This week we learned why one IC believes Zoom PD may be a preferred method moving forward, four techniques for creating differentiated PD sessions, the importance of honoring teachers as agents of change, and more. Enjoy! 😀
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In our feedback from staff members, we found overwhelming evidence of positivity towards Zoom PD sessions. . . . While words might float in one ear and out the other at in-person professional learning, virtual presentations create opportunities for review. Virtual presentations can be recorded, slides and links shared more readily with each other, and chats saved for the group. The learners had a sense that their learning is not a one-and-done, and it can be reviewed again and again."
Asking our teachers what they really needed to be successful during the year and then tailoring the professional development to their needs
changed the dynamic of our professional development dramatically: We went from throwing darts at the wall, hoping one of them would stick, to precision throws aimed right at a target."
the Gradual Increase of Responsibility Model increases teachers' role in their own professional learning. . . . The Model is a coaching guide for choosing the right level of support for instructional decision-making – support that guides, challenges, or affirms to ensure that teachers are empowered and students consistently experience effective instruction.
Teachers' agency is honored and their efficacy increases as they design and witness improved instruction."
Peer coaching breaks the isolation and opens the doors to celebrations that build perseverance, teamwork, and collective teacher efficacy. Today's celebrated successes provide strength during challenging times. . . .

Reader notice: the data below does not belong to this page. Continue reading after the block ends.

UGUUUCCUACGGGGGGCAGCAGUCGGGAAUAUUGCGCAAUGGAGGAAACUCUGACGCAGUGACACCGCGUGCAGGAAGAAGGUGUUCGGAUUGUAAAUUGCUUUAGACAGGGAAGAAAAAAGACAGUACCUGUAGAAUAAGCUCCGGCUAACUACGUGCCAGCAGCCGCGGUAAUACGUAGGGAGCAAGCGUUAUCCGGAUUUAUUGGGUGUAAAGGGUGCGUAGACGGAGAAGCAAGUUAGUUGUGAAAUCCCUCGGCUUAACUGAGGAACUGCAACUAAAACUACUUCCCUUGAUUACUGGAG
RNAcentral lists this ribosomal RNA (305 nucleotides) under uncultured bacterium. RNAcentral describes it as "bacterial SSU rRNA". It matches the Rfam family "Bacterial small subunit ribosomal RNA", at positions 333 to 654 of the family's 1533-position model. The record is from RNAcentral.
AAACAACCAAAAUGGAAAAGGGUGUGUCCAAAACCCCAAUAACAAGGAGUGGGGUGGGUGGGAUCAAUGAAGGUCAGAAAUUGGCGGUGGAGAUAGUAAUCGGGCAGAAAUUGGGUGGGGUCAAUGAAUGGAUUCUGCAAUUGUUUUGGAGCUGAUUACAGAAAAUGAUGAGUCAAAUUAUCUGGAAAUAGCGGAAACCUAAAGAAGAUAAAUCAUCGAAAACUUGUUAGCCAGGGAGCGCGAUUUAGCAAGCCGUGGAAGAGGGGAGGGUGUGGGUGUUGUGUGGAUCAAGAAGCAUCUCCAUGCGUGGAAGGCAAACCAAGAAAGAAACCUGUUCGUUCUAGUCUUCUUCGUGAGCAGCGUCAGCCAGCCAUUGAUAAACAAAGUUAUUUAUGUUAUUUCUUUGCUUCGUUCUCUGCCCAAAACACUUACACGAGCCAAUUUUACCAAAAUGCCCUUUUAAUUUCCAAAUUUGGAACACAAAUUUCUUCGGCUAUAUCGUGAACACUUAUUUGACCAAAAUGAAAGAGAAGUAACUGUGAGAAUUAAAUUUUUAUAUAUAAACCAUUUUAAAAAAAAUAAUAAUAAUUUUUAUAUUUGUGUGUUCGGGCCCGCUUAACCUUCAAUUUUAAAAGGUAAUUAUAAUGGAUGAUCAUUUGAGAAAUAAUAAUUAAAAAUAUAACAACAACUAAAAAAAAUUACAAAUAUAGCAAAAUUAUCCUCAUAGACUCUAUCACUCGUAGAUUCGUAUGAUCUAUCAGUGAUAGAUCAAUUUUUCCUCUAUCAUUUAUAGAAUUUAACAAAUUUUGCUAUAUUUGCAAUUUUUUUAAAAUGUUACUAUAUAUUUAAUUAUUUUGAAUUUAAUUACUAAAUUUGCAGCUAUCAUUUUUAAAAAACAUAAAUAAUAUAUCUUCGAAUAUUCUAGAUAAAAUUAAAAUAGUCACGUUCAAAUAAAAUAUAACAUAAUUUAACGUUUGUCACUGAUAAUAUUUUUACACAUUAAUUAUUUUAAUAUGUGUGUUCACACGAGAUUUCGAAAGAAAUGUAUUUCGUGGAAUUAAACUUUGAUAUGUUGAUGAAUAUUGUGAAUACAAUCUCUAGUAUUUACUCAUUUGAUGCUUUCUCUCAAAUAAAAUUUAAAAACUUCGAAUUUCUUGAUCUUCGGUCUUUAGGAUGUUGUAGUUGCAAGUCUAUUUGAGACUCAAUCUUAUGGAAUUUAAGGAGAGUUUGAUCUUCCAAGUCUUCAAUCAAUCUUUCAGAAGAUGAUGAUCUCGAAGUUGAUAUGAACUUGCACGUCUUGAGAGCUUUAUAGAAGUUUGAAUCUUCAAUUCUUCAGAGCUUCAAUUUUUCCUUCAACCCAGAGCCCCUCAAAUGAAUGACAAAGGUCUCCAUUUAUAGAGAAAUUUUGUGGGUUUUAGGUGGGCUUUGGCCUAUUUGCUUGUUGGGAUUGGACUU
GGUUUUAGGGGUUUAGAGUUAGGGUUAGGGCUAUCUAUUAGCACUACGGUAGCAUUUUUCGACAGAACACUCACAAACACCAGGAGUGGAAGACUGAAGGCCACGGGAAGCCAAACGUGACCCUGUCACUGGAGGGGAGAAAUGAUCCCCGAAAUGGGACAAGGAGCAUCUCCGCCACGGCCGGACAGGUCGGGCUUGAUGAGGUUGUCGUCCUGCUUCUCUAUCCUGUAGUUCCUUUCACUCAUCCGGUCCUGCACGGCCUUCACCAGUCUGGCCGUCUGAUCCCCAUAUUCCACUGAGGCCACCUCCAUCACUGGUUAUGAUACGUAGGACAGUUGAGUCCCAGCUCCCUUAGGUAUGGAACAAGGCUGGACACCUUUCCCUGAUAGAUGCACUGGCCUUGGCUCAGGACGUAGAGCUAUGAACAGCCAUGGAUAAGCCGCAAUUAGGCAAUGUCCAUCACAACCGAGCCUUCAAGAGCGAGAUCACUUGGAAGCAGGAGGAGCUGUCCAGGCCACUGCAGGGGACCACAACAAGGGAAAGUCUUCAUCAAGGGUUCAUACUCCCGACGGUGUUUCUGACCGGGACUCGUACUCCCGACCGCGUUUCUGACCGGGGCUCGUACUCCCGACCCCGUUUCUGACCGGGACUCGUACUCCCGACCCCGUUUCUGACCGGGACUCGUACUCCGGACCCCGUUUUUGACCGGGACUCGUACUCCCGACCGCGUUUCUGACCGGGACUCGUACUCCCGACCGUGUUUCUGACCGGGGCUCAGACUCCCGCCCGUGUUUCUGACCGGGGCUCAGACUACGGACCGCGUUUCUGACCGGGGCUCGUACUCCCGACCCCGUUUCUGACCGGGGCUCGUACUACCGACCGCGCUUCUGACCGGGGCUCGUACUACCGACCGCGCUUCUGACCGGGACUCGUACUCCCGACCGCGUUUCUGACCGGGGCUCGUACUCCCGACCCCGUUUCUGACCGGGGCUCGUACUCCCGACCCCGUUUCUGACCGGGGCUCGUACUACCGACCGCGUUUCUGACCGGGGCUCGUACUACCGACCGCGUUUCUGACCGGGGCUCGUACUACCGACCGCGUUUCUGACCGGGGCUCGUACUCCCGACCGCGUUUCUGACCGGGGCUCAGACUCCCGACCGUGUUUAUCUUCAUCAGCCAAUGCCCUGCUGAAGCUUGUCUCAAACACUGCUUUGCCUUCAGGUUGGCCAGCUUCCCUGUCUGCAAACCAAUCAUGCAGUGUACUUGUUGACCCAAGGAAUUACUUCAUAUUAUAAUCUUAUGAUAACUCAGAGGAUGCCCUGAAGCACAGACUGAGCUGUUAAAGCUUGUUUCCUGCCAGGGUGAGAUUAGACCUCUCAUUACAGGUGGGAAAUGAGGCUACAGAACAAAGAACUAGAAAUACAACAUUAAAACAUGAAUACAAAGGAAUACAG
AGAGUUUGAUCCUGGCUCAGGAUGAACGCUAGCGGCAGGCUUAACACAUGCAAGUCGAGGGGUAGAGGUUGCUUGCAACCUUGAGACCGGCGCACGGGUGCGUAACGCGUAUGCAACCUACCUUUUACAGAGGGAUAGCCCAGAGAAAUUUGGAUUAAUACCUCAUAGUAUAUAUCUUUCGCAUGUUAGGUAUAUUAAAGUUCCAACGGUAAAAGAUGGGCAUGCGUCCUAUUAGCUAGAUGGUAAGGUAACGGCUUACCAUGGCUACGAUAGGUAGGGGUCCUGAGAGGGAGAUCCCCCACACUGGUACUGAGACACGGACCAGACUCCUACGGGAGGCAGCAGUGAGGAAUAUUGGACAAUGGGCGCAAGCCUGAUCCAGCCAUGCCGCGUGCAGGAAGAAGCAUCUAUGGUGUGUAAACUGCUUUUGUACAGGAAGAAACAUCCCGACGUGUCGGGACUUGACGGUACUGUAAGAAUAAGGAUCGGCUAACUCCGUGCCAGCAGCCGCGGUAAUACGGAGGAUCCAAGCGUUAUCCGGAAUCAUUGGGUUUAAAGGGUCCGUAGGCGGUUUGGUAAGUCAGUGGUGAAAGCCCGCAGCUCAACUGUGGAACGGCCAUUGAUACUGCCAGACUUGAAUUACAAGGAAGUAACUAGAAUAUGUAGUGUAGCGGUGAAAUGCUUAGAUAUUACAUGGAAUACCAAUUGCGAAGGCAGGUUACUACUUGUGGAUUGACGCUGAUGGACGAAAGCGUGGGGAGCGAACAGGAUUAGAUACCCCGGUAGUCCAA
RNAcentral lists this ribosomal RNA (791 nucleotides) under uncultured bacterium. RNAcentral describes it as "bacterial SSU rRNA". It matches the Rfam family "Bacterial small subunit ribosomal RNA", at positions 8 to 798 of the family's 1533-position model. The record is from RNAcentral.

Celebrating a magical learning moment that a coach observed is worth the 'cost' of coaching."
"Now more than ever, educators should feel empowered to make decisions which prove beneficial to encourage differentiation and independent student learning.
Launch a process for strategically identifying needs and aligning the professional development according to the gaps identified within the curriculum and instruction.
This will leverage data and lead to 'ah-ha's' regarding why students are struggling to make academic progress and why student proficiency rates remain static."
Robert Feirsen and Seth Weitzman cover a few responses to conflict principals can practice to honor different voices and opinions that create harmony.
Conflict-agility necessitates language that on one hand depersonalizes conflict, and on the other hand respects everyone involved. The language a leader uses to frame an issue has critical implications and consequences. . . . Collectively, the school's or the school leader's strategies apply well-established attributes of conflict reduction: They build trust, create win-win situations, and engender a culture that is accepting of multiple voices."